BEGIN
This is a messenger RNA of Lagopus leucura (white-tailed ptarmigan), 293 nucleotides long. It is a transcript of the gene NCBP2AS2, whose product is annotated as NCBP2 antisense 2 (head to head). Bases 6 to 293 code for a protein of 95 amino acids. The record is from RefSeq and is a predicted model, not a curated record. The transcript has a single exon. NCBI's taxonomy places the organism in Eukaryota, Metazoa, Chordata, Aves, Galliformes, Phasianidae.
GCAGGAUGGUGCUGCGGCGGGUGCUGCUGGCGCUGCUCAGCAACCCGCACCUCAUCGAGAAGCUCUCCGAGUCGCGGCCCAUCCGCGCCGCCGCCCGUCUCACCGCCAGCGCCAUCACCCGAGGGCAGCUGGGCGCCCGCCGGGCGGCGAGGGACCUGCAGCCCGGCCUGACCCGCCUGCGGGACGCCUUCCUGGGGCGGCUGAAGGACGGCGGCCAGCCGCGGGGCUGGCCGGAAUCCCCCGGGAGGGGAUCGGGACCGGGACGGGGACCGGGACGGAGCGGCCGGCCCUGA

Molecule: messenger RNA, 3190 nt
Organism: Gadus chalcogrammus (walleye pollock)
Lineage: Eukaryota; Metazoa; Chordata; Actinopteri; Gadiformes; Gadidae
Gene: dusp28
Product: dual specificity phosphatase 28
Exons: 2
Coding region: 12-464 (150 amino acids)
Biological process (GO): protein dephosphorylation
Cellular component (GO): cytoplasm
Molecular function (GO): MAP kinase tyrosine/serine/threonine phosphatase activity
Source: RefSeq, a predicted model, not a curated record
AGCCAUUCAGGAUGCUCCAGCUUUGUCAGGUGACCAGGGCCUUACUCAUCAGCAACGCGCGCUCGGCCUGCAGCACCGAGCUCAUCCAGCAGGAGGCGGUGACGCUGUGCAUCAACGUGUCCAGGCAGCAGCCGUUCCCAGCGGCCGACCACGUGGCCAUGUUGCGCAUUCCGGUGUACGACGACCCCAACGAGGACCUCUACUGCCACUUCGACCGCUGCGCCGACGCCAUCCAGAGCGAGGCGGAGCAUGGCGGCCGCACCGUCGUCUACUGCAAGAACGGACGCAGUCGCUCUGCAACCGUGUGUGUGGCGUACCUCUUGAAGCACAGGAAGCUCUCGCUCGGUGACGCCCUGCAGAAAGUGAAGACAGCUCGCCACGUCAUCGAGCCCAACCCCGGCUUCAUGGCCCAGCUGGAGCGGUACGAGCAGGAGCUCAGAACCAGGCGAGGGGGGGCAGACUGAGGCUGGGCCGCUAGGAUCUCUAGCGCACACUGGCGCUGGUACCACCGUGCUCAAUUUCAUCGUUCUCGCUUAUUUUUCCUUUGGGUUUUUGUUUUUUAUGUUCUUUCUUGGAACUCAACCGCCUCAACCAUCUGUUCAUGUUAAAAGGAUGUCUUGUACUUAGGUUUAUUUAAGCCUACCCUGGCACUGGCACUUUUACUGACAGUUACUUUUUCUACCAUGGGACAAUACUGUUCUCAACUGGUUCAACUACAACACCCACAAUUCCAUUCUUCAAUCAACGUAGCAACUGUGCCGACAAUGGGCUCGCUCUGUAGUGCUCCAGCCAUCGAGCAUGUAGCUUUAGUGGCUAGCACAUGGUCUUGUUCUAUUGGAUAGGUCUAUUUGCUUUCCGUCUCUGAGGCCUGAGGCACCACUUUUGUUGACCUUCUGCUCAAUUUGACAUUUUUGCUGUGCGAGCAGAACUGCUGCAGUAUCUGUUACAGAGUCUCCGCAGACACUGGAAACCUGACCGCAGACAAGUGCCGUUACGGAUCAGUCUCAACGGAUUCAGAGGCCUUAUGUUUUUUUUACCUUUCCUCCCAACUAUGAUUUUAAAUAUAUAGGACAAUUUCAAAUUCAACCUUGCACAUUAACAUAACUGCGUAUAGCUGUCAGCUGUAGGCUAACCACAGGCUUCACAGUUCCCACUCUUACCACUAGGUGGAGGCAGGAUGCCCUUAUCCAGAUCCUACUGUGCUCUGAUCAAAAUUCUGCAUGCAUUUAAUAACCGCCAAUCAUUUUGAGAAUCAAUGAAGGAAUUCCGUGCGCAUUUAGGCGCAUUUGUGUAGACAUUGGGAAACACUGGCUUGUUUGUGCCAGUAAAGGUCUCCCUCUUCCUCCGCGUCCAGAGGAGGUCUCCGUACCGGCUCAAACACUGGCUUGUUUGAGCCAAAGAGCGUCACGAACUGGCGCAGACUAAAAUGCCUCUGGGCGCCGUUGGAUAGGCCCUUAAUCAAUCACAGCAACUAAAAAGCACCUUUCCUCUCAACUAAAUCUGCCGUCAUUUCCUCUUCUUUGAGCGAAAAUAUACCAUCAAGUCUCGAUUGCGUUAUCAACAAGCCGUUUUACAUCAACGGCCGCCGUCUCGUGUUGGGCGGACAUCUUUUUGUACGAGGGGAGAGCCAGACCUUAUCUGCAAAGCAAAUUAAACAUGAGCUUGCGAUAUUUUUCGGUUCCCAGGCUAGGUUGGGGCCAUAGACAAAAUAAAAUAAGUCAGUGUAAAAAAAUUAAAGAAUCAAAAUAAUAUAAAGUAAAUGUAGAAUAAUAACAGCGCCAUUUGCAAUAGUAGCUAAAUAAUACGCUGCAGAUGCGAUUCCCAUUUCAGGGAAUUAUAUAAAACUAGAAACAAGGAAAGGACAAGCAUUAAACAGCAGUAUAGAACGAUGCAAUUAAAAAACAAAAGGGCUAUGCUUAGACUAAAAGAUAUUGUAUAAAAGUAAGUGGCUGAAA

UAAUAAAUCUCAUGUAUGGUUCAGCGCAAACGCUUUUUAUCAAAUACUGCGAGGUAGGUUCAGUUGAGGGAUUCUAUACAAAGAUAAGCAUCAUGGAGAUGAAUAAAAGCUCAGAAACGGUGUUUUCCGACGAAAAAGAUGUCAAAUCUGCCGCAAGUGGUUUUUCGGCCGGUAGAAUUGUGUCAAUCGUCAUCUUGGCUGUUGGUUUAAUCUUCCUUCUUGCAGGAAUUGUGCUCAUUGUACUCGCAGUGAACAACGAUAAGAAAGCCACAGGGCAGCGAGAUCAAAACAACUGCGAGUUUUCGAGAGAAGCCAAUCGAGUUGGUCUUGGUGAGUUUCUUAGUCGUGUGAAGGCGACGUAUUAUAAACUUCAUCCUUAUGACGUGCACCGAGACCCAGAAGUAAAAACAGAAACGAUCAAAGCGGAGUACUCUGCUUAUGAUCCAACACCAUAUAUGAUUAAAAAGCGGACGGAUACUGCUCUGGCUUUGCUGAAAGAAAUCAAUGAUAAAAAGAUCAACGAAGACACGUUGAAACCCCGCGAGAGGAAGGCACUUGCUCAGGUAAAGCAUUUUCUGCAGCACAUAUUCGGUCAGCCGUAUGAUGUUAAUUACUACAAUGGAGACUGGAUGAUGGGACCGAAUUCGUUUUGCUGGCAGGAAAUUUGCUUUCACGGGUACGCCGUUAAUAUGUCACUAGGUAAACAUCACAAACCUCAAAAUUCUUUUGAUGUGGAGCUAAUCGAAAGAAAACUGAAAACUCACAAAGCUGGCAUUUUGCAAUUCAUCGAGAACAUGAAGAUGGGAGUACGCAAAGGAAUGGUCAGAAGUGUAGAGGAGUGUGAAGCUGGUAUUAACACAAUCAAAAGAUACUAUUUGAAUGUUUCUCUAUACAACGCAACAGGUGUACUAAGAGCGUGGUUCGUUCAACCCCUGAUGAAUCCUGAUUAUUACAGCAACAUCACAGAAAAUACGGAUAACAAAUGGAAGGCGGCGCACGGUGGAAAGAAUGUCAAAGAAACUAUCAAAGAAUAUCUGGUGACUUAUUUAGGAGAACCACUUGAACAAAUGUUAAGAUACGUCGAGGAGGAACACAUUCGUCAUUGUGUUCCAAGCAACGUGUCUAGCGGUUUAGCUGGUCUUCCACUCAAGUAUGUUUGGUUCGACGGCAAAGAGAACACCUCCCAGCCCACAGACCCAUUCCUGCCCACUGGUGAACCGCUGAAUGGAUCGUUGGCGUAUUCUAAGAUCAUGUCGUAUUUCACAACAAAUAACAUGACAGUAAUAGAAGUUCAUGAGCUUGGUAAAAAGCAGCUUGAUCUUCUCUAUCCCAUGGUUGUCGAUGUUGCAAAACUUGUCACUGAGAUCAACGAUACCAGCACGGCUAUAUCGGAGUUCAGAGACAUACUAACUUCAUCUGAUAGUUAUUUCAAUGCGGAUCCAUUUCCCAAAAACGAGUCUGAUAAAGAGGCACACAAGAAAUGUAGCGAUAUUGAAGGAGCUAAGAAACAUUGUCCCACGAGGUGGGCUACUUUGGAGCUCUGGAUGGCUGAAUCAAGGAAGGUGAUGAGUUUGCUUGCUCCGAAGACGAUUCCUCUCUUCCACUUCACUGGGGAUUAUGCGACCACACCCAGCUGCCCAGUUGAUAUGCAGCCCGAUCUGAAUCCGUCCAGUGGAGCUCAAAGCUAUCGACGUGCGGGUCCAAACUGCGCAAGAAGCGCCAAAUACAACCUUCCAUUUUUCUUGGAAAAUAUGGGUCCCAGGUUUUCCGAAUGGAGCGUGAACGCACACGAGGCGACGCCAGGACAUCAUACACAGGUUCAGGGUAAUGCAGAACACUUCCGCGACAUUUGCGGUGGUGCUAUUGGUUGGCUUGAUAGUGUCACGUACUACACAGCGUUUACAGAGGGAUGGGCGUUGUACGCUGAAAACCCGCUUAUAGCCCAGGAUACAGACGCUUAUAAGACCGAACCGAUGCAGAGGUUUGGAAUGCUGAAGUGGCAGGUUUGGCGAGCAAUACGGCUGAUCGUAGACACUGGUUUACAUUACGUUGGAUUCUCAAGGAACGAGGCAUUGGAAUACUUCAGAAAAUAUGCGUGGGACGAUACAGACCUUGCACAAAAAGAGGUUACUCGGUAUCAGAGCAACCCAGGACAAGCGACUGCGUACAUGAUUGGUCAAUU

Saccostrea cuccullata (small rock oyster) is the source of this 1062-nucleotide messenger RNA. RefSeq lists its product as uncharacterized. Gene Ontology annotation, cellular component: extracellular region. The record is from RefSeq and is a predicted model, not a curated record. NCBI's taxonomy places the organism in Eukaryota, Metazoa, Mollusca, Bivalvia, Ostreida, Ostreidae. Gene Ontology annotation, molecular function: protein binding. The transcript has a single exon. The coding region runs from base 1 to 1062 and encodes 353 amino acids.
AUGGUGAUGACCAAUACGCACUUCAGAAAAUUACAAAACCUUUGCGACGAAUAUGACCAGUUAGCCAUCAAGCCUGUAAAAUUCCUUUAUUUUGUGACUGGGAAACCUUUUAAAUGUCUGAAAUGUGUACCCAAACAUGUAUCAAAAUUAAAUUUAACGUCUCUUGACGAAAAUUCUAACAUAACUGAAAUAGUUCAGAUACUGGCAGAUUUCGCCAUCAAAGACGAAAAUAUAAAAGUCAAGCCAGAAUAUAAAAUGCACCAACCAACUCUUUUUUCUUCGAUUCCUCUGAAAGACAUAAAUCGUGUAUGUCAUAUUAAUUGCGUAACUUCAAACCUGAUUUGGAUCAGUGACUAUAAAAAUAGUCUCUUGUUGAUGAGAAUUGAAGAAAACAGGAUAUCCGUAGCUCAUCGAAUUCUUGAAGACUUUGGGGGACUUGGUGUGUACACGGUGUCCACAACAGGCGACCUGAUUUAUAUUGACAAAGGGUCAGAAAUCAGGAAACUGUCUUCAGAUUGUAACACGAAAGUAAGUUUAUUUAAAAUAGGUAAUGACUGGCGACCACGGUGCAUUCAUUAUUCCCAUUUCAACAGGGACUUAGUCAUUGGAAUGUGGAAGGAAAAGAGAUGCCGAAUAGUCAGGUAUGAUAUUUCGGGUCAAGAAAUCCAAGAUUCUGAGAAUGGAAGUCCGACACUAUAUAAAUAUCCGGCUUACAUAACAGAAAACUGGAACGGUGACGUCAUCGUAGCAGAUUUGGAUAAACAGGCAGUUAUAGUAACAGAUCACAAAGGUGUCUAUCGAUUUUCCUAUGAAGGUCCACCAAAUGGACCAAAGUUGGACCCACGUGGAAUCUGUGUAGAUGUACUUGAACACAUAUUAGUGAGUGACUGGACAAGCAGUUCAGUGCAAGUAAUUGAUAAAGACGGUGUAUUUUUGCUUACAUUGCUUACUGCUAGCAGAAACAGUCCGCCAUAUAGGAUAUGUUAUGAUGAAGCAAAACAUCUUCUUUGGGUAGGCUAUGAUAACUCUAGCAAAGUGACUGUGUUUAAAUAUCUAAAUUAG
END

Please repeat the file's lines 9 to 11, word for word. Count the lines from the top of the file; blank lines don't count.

Coding region: 12-464 (150 amino acids)
Biological process (GO): protein dephosphorylation
Cellular component (GO): cytoplasm